Paul Todd/AP/Press Association Images The PUMA racing team in action during leg two of the Volvo Ocean Race from Cape Town to Abu Dhabi.
Volvo Ocean Race

Armed ship called in to protect Volvo Ocean Race from pirates

Director Jack Lloyd declares the race’s anti-piracy plan a success following delicate eight-hour operation.

FIVE OF THE yachts in this year’s Volvo Ocean Race have been loaded onto an armed ship as part of a plan to avoid pirates operating in the Indian Ocean.

Competitors reached an undisclosed safe haven in the Indian Ocean on Tuesday after organisers divided the second leg of the prestigious race into two parts for safety reasons.

They are currently being transported to the northern Emirates before beginning a one-day sprint to the leg’s finish in Abu Dhabi.

It is the first time that the 15-tonne yachts have been lifted onto a carrier in open water. The delicate operation, which took almost eight hours to complete, was deemed a success by race director Jack Lloyd afterwards.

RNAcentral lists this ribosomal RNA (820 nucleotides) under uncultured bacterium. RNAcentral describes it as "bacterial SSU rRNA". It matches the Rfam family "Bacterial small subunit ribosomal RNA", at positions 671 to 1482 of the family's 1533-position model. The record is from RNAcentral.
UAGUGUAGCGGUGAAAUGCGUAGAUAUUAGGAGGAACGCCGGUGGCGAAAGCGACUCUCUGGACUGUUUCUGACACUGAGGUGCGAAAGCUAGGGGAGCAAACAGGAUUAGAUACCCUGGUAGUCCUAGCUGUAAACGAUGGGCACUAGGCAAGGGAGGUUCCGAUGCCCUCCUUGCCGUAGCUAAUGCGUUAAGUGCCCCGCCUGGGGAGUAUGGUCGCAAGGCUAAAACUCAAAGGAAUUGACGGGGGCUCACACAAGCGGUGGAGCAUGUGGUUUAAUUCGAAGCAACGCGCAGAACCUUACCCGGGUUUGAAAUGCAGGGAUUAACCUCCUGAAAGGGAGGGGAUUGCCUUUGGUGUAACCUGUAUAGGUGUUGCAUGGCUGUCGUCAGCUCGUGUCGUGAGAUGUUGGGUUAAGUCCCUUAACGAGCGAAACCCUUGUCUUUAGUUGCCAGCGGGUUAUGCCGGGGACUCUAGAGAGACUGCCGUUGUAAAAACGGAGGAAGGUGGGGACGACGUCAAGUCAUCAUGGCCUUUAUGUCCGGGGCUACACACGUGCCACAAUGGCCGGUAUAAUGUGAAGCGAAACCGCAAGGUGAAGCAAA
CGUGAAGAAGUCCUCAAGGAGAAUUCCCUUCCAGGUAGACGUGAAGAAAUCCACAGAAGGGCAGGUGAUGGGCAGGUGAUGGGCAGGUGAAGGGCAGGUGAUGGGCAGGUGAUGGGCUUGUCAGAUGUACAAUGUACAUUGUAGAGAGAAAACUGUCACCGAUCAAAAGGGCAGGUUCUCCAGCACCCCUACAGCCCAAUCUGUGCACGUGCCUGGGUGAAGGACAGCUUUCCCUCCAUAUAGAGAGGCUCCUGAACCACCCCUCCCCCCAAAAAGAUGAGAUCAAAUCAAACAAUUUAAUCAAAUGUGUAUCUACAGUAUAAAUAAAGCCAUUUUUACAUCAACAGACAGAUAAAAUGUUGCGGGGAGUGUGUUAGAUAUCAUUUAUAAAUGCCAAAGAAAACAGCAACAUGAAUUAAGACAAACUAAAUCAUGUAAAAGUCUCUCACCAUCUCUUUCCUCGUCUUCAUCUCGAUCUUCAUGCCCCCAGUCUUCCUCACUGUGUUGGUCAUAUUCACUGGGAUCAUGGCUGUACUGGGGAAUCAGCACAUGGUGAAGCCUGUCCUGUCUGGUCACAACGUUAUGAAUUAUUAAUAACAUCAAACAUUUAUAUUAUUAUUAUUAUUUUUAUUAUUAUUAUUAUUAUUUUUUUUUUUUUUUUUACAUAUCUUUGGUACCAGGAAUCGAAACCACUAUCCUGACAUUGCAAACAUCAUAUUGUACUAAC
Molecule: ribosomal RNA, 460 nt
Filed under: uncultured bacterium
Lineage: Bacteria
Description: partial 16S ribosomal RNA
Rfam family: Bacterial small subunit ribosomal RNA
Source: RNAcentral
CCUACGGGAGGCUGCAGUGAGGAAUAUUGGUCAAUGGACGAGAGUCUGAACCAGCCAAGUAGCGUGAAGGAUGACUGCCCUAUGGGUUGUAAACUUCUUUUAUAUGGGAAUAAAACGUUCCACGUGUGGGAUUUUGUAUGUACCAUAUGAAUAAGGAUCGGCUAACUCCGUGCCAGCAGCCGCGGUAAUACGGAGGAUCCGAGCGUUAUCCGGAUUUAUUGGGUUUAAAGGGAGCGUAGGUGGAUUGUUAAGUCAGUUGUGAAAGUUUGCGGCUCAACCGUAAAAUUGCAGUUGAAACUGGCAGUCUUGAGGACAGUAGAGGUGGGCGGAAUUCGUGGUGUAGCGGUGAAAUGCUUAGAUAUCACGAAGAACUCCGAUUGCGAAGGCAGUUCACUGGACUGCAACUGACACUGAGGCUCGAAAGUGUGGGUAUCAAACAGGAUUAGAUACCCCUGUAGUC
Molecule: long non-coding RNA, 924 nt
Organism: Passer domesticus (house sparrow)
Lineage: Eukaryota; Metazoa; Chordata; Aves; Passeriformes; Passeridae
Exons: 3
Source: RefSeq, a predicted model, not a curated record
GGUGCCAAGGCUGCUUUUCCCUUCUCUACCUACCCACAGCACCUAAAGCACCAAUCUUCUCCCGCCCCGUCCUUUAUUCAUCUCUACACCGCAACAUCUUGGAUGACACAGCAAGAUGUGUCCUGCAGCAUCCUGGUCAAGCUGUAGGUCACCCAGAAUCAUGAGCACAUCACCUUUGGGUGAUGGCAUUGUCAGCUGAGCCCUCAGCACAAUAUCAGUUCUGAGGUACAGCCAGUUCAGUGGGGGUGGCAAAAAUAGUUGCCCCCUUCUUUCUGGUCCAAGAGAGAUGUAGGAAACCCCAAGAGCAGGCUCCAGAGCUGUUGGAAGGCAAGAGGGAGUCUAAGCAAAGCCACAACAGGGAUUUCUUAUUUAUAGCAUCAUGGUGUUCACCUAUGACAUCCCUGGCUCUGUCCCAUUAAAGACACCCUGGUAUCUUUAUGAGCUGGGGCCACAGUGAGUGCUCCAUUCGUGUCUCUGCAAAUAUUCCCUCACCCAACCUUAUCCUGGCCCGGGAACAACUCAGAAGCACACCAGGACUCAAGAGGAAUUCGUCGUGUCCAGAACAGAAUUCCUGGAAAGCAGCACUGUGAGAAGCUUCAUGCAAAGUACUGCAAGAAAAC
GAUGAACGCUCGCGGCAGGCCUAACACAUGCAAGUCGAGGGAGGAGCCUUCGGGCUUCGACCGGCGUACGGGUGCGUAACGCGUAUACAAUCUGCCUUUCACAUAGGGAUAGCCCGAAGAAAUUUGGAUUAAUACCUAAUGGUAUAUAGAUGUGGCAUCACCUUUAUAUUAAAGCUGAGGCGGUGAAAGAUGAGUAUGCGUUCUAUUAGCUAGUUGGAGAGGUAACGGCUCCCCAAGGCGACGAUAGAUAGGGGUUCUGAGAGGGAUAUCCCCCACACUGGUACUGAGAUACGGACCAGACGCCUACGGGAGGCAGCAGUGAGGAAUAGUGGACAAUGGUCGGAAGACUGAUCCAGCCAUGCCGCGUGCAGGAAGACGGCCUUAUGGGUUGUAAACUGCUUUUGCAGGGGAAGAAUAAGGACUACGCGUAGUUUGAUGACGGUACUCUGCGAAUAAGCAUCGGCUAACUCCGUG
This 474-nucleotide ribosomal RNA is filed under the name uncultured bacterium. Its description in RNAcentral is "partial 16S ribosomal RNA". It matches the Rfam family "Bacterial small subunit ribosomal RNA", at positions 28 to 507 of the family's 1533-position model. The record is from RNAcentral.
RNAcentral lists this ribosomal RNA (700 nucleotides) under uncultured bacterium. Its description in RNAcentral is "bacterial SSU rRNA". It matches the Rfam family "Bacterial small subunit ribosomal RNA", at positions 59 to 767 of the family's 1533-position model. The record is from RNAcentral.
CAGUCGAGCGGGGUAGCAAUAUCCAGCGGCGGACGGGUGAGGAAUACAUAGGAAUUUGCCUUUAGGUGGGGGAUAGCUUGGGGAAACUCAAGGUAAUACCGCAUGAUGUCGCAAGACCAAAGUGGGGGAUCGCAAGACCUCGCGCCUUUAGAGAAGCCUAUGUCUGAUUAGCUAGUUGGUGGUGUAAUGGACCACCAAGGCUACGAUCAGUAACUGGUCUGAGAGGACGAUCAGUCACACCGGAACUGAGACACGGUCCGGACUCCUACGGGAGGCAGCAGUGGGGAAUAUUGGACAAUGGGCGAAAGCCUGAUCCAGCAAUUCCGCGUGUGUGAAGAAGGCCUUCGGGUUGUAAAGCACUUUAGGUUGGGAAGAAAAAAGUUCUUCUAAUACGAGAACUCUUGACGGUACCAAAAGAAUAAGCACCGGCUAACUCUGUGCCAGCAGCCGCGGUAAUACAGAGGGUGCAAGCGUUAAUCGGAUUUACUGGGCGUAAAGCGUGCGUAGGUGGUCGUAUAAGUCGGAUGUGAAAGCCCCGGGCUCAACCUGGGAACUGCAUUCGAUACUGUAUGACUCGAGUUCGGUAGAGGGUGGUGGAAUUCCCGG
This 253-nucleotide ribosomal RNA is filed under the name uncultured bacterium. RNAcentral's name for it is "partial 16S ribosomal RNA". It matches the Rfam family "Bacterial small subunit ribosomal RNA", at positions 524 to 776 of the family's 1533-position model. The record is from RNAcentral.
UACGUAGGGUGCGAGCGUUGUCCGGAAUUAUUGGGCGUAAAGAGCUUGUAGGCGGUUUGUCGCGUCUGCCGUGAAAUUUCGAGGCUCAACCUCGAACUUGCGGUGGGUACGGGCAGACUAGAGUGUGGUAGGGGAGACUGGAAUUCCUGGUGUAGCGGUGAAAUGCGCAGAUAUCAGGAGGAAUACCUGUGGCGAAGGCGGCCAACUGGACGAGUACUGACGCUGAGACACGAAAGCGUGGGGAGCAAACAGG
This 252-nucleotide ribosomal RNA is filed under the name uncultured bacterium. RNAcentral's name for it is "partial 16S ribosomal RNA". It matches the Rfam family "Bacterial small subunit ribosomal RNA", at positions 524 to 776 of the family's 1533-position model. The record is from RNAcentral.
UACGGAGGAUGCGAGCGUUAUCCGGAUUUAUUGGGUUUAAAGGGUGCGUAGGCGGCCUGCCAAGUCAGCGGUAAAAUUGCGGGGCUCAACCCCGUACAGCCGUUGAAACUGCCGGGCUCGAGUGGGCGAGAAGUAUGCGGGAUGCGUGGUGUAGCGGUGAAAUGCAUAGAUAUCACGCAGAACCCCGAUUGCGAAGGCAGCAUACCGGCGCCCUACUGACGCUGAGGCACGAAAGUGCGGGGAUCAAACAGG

“That was one long day,” Lloyd told the race’s official website. “The smallest slip could have caused huge damage to a boat.”

“The boats are built to be in the water, not in the air,’’ Telefónica skipper Iker Martínez said.

Operations to load and unload a boat are tricky, particularly with these super-fragile boats and it does scare me a bit. However, the guys in the team are really good at this and we have absolute confidence in them.

A similar procedure will be repeated during the third leg of the race from Abu Dhabi to Chinese city of Sanya.

Telefónica currently lead the race on 61 points, with the Camper and Groupama teams in second and third. The race finishes in Galway next July.

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